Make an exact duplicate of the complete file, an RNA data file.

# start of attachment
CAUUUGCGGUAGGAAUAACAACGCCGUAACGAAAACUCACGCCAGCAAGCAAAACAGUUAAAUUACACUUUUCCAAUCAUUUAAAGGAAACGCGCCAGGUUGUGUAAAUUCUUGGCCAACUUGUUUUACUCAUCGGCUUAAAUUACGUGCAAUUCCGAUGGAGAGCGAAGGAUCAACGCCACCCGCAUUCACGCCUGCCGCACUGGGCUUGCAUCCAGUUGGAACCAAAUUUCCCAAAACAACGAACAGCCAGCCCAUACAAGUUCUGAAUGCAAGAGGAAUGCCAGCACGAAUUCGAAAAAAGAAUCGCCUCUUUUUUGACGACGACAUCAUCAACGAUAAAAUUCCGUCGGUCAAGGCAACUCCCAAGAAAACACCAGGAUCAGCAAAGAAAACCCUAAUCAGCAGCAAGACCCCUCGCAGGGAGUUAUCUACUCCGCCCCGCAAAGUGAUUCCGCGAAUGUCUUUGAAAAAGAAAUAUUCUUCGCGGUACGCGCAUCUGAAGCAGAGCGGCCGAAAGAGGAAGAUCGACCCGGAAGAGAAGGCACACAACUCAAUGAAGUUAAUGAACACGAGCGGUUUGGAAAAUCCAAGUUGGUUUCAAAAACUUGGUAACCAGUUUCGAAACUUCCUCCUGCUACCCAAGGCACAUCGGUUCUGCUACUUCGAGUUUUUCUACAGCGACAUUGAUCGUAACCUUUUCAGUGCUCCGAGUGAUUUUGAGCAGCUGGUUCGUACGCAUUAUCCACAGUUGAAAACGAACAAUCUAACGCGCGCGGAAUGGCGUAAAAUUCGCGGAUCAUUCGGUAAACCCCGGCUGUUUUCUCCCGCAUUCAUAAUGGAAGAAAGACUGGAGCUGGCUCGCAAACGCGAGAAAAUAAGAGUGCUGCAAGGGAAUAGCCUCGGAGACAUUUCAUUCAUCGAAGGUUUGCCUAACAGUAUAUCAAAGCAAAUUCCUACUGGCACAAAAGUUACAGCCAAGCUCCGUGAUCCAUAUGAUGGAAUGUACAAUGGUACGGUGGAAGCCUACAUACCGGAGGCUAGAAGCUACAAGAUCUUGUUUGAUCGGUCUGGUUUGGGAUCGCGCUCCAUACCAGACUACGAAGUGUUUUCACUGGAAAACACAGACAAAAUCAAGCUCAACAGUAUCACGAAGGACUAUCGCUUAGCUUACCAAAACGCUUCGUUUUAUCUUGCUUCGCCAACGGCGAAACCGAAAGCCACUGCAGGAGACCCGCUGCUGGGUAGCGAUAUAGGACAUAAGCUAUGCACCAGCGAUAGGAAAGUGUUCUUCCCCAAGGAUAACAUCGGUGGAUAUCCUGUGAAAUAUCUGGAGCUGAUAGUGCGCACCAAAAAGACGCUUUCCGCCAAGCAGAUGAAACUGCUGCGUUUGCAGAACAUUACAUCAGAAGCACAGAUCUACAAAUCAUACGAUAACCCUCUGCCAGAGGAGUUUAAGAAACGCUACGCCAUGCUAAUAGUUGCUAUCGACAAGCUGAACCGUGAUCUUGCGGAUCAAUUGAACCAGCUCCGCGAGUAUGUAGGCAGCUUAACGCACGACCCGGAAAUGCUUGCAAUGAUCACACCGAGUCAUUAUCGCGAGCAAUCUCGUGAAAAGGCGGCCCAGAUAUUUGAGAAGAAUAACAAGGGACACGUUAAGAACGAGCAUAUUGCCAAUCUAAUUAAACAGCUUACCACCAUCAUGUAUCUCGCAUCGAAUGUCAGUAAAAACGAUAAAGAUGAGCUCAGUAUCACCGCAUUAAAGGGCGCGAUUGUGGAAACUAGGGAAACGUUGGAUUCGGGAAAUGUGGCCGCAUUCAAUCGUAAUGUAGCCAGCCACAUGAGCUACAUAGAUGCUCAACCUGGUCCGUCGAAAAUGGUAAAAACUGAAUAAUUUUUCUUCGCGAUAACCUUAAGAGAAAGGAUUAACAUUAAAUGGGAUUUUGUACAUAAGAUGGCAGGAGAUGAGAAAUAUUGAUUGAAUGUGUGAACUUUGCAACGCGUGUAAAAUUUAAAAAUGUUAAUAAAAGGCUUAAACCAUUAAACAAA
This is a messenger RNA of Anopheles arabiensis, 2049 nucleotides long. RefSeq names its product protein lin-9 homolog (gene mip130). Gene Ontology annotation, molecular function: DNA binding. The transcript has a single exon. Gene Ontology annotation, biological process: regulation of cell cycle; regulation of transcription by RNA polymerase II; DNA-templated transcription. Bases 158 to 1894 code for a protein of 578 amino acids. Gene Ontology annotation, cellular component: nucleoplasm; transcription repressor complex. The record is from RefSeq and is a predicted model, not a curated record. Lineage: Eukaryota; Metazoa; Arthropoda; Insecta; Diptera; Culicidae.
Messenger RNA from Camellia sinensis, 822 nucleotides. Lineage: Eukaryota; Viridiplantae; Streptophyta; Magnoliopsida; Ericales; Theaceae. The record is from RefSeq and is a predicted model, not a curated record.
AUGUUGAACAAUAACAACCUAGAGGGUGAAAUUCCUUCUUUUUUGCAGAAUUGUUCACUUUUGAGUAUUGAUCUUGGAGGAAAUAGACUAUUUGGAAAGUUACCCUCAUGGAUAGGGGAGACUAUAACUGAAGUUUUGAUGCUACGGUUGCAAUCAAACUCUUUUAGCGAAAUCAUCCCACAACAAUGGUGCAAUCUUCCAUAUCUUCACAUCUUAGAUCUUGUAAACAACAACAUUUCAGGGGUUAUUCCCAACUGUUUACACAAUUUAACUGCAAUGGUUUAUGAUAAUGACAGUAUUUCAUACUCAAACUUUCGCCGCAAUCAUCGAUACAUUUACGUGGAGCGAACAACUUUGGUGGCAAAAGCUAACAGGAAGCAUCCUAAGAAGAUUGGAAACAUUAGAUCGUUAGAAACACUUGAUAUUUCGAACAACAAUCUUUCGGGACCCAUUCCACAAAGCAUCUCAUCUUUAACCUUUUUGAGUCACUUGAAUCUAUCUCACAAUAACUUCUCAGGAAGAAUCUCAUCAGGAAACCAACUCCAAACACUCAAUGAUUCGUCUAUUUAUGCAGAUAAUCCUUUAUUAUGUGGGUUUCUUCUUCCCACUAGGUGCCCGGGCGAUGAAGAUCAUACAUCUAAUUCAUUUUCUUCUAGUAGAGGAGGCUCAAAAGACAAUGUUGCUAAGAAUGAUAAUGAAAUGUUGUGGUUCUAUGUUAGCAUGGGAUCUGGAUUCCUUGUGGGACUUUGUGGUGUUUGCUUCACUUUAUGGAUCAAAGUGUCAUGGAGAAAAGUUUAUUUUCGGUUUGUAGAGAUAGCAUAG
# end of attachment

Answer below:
CAUUUGCGGUAGGAAUAACAACGCCGUAACGAAAACUCACGCCAGCAAGCAAAACAGUUAAAUUACACUUUUCCAAUCAUUUAAAGGAAACGCGCCAGGUUGUGUAAAUUCUUGGCCAACUUGUUUUACUCAUCGGCUUAAAUUACGUGCAAUUCCGAUGGAGAGCGAAGGAUCAACGCCACCCGCAUUCACGCCUGCCGCACUGGGCUUGCAUCCAGUUGGAACCAAAUUUCCCAAAACAACGAACAGCCAGCCCAUACAAGUUCUGAAUGCAAGAGGAAUGCCAGCACGAAUUCGAAAAAAGAAUCGCCUCUUUUUUGACGACGACAUCAUCAACGAUAAAAUUCCGUCGGUCAAGGCAACUCCCAAGAAAACACCAGGAUCAGCAAAGAAAACCCUAAUCAGCAGCAAGACCCCUCGCAGGGAGUUAUCUACUCCGCCCCGCAAAGUGAUUCCGCGAAUGUCUUUGAAAAAGAAAUAUUCUUCGCGGUACGCGCAUCUGAAGCAGAGCGGCCGAAAGAGGAAGAUCGACCCGGAAGAGAAGGCACACAACUCAAUGAAGUUAAUGAACACGAGCGGUUUGGAAAAUCCAAGUUGGUUUCAAAAACUUGGUAACCAGUUUCGAAACUUCCUCCUGCUACCCAAGGCACAUCGGUUCUGCUACUUCGAGUUUUUCUACAGCGACAUUGAUCGUAACCUUUUCAGUGCUCCGAGUGAUUUUGAGCAGCUGGUUCGUACGCAUUAUCCACAGUUGAAAACGAACAAUCUAACGCGCGCGGAAUGGCGUAAAAUUCGCGGAUCAUUCGGUAAACCCCGGCUGUUUUCUCCCGCAUUCAUAAUGGAAGAAAGACUGGAGCUGGCUCGCAAACGCGAGAAAAUAAGAGUGCUGCAAGGGAAUAGCCUCGGAGACAUUUCAUUCAUCGAAGGUUUGCCUAACAGUAUAUCAAAGCAAAUUCCUACUGGCACAAAAGUUACAGCCAAGCUCCGUGAUCCAUAUGAUGGAAUGUACAAUGGUACGGUGGAAGCCUACAUACCGGAGGCUAGAAGCUACAAGAUCUUGUUUGAUCGGUCUGGUUUGGGAUCGCGCUCCAUACCAGACUACGAAGUGUUUUCACUGGAAAACACAGACAAAAUCAAGCUCAACAGUAUCACGAAGGACUAUCGCUUAGCUUACCAAAACGCUUCGUUUUAUCUUGCUUCGCCAACGGCGAAACCGAAAGCCACUGCAGGAGACCCGCUGCUGGGUAGCGAUAUAGGACAUAAGCUAUGCACCAGCGAUAGGAAAGUGUUCUUCCCCAAGGAUAACAUCGGUGGAUAUCCUGUGAAAUAUCUGGAGCUGAUAGUGCGCACCAAAAAGACGCUUUCCGCCAAGCAGAUGAAACUGCUGCGUUUGCAGAACAUUACAUCAGAAGCACAGAUCUACAAAUCAUACGAUAACCCUCUGCCAGAGGAGUUUAAGAAACGCUACGCCAUGCUAAUAGUUGCUAUCGACAAGCUGAACCGUGAUCUUGCGGAUCAAUUGAACCAGCUCCGCGAGUAUGUAGGCAGCUUAACGCACGACCCGGAAAUGCUUGCAAUGAUCACACCGAGUCAUUAUCGCGAGCAAUCUCGUGAAAAGGCGGCCCAGAUAUUUGAGAAGAAUAACAAGGGACACGUUAAGAACGAGCAUAUUGCCAAUCUAAUUAAACAGCUUACCACCAUCAUGUAUCUCGCAUCGAAUGUCAGUAAAAACGAUAAAGAUGAGCUCAGUAUCACCGCAUUAAAGGGCGCGAUUGUGGAAACUAGGGAAACGUUGGAUUCGGGAAAUGUGGCCGCAUUCAAUCGUAAUGUAGCCAGCCACAUGAGCUACAUAGAUGCUCAACCUGGUCCGUCGAAAAUGGUAAAAACUGAAUAAUUUUUCUUCGCGAUAACCUUAAGAGAAAGGAUUAACAUUAAAUGGGAUUUUGUACAUAAGAUGGCAGGAGAUGAGAAAUAUUGAUUGAAUGUGUGAACUUUGCAACGCGUGUAAAAUUUAAAAAUGUUAAUAAAAGGCUUAAACCAUUAAACAAA
This is a messenger RNA of Anopheles arabiensis, 2049 nucleotides long. RefSeq names its product protein lin-9 homolog (gene mip130). Gene Ontology annotation, molecular function: DNA binding. The transcript has a single exon. Gene Ontology annotation, biological process: regulation of cell cycle; regulation of transcription by RNA polymerase II; DNA-templated transcription. Bases 158 to 1894 code for a protein of 578 amino acids. Gene Ontology annotation, cellular component: nucleoplasm; transcription repressor complex. The record is from RefSeq and is a predicted model, not a curated record. Lineage: Eukaryota; Metazoa; Arthropoda; Insecta; Diptera; Culicidae.
Messenger RNA from Camellia sinensis, 822 nucleotides. Lineage: Eukaryota; Viridiplantae; Streptophyta; Magnoliopsida; Ericales; Theaceae. The record is from RefSeq and is a predicted model, not a curated record.
AUGUUGAACAAUAACAACCUAGAGGGUGAAAUUCCUUCUUUUUUGCAGAAUUGUUCACUUUUGAGUAUUGAUCUUGGAGGAAAUAGACUAUUUGGAAAGUUACCCUCAUGGAUAGGGGAGACUAUAACUGAAGUUUUGAUGCUACGGUUGCAAUCAAACUCUUUUAGCGAAAUCAUCCCACAACAAUGGUGCAAUCUUCCAUAUCUUCACAUCUUAGAUCUUGUAAACAACAACAUUUCAGGGGUUAUUCCCAACUGUUUACACAAUUUAACUGCAAUGGUUUAUGAUAAUGACAGUAUUUCAUACUCAAACUUUCGCCGCAAUCAUCGAUACAUUUACGUGGAGCGAACAACUUUGGUGGCAAAAGCUAACAGGAAGCAUCCUAAGAAGAUUGGAAACAUUAGAUCGUUAGAAACACUUGAUAUUUCGAACAACAAUCUUUCGGGACCCAUUCCACAAAGCAUCUCAUCUUUAACCUUUUUGAGUCACUUGAAUCUAUCUCACAAUAACUUCUCAGGAAGAAUCUCAUCAGGAAACCAACUCCAAACACUCAAUGAUUCGUCUAUUUAUGCAGAUAAUCCUUUAUUAUGUGGGUUUCUUCUUCCCACUAGGUGCCCGGGCGAUGAAGAUCAUACAUCUAAUUCAUUUUCUUCUAGUAGAGGAGGCUCAAAAGACAAUGUUGCUAAGAAUGAUAAUGAAAUGUUGUGGUUCUAUGUUAGCAUGGGAUCUGGAUUCCUUGUGGGACUUUGUGGUGUUUGCUUCACUUUAUGGAUCAAAGUGUCAUGGAGAAAAGUUUAUUUUCGGUUUGUAGAGAUAGCAUAG